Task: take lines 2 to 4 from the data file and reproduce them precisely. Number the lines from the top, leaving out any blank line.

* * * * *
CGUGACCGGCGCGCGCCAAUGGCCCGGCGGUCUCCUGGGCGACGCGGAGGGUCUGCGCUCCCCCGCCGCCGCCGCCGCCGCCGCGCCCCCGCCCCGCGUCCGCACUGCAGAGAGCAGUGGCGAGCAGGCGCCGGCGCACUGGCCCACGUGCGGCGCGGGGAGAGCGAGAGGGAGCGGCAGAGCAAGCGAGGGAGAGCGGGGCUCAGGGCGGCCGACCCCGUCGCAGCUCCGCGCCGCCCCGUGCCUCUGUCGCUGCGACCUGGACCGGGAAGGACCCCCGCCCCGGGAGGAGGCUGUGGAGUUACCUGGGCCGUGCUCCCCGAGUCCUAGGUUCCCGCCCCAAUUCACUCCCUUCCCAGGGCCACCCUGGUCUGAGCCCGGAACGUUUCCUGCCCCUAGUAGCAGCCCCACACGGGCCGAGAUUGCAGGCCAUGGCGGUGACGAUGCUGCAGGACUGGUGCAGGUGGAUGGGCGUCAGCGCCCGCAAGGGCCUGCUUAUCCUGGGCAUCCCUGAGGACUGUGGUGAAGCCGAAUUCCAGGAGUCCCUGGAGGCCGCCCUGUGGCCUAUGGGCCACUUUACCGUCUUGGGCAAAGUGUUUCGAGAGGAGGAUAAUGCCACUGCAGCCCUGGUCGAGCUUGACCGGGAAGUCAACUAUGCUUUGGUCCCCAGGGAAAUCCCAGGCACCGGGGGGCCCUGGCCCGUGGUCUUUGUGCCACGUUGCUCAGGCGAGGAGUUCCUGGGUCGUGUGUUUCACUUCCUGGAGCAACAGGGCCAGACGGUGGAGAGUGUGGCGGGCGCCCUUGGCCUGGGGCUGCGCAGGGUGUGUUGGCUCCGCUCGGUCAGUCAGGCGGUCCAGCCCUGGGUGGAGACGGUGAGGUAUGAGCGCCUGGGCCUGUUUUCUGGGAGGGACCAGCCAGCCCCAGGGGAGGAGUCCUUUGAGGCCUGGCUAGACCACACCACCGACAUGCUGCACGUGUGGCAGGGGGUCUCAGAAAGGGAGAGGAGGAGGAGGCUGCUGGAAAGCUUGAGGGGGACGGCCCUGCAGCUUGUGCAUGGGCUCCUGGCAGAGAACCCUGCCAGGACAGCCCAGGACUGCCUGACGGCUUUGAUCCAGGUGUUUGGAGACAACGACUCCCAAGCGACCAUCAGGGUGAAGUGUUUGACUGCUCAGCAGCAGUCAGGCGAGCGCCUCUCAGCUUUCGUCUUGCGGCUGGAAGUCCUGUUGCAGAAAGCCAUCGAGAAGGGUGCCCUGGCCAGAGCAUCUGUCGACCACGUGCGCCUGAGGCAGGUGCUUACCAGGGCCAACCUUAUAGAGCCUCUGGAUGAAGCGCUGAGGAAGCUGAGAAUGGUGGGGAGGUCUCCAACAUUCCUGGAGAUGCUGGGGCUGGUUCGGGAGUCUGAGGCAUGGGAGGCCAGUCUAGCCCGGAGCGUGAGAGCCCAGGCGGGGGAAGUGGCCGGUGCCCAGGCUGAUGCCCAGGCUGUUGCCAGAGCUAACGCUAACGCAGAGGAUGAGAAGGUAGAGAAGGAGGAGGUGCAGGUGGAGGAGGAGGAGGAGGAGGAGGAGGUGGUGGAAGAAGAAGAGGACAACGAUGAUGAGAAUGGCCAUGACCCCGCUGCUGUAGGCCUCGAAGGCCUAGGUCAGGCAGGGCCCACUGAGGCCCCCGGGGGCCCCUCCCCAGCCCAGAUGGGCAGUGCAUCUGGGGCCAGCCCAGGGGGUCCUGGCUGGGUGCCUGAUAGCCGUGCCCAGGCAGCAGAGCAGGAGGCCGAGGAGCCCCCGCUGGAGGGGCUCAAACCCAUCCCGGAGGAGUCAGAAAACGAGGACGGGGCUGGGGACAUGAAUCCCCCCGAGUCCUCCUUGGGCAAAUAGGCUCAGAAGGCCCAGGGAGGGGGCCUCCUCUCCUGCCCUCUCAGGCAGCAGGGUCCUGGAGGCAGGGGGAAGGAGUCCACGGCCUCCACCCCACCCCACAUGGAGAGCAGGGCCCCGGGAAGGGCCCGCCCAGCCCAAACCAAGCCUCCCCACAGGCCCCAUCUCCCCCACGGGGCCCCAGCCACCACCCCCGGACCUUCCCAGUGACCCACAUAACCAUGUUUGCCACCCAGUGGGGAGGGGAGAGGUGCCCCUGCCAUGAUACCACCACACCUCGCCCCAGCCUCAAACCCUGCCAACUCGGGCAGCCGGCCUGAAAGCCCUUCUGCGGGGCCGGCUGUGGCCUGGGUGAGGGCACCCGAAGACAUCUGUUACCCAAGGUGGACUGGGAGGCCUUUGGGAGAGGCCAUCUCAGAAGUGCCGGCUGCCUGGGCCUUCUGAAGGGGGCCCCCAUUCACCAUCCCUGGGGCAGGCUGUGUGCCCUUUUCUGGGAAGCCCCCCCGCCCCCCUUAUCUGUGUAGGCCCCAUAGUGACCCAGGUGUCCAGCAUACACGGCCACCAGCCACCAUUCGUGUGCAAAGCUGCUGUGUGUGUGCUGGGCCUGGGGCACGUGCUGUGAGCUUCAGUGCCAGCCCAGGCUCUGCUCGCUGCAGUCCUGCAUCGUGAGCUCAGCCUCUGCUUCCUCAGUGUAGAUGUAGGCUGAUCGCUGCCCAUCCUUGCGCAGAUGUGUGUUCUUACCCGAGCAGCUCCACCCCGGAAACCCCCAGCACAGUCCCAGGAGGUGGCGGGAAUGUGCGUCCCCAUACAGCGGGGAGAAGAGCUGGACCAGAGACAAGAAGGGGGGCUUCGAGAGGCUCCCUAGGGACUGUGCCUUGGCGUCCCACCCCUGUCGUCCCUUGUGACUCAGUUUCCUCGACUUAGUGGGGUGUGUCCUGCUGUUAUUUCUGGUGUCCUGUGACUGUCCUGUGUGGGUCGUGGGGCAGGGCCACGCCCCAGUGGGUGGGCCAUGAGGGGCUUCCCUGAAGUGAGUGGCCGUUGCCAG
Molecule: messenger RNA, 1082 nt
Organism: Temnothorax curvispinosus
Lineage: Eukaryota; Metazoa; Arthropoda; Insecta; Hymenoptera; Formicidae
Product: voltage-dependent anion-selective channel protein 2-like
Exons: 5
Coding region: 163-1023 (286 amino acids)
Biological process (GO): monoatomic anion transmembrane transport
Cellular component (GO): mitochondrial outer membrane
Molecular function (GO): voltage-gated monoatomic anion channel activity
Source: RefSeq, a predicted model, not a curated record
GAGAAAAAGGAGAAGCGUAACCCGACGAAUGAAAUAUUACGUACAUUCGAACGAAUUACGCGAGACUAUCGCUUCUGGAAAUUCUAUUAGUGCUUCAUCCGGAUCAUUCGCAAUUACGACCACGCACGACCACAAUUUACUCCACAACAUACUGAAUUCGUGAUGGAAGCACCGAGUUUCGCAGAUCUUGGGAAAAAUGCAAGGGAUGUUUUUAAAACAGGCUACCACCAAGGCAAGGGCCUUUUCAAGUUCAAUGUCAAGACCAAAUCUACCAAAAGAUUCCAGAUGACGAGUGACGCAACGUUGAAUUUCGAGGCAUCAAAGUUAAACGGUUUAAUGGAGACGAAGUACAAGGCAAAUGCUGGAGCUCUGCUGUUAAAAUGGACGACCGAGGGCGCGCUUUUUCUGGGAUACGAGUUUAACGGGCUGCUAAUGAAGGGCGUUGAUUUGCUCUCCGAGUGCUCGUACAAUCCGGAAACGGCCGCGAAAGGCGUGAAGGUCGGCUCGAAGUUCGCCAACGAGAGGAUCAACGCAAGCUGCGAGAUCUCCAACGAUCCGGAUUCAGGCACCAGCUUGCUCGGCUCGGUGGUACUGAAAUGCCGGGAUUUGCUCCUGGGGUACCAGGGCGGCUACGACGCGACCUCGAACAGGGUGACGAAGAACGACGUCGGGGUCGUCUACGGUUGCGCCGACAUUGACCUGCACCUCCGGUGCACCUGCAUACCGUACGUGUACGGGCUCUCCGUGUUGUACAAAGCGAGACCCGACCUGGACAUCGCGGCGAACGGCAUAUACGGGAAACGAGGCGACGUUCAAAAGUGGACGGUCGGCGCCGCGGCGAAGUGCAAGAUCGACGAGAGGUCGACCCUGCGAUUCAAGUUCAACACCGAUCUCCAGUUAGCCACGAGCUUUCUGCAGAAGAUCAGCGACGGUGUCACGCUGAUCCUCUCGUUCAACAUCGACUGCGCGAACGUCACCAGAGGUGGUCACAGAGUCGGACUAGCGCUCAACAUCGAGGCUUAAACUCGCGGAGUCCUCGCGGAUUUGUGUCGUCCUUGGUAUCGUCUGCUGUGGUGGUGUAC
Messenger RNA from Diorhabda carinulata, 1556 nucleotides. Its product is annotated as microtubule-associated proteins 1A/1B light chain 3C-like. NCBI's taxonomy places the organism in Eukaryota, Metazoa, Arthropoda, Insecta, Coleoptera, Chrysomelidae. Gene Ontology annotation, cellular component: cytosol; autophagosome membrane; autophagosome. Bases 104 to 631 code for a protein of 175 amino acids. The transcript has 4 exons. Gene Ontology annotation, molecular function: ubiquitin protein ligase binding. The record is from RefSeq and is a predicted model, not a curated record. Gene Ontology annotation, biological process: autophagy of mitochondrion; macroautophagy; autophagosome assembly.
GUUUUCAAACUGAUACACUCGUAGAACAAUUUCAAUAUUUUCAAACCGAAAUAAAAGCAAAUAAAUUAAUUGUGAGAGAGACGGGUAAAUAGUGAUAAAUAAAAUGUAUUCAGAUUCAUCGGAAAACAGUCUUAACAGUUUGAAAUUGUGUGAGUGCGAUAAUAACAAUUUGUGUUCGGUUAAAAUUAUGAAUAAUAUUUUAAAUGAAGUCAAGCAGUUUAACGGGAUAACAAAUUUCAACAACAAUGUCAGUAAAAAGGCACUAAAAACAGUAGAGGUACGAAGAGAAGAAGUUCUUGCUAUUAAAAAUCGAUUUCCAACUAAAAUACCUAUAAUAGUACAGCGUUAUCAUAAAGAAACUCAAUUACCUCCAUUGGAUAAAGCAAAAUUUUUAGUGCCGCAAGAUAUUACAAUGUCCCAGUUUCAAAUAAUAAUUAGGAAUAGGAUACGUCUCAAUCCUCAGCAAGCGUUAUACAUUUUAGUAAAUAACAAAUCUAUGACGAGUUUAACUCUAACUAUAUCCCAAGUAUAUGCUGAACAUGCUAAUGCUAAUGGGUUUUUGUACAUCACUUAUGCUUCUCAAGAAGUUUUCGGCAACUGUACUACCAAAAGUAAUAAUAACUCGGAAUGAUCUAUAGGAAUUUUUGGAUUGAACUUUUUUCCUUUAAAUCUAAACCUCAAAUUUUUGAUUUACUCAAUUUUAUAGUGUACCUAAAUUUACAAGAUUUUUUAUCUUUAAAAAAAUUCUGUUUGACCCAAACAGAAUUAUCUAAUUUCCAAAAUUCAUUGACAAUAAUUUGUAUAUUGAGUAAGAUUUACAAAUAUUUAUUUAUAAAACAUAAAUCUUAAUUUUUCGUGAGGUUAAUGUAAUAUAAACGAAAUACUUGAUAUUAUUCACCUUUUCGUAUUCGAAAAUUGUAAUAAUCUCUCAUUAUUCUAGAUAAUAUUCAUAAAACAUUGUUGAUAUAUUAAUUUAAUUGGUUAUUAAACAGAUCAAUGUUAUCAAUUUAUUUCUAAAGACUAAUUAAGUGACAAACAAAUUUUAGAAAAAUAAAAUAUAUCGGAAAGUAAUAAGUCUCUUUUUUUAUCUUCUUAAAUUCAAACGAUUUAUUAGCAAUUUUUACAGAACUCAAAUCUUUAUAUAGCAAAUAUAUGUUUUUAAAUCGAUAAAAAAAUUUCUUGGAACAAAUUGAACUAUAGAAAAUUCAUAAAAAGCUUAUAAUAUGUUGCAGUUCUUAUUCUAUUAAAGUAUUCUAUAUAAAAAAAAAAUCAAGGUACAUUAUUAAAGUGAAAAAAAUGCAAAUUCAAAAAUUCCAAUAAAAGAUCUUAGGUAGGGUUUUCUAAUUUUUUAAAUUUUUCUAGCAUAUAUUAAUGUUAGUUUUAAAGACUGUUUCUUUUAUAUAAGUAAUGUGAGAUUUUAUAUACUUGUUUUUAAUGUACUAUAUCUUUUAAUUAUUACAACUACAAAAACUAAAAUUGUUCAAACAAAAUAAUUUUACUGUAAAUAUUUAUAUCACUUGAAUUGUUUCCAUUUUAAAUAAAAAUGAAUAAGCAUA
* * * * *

Molecule: messenger RNA, 1082 nt
Organism: Temnothorax curvispinosus
Lineage: Eukaryota; Metazoa; Arthropoda; Insecta; Hymenoptera; Formicidae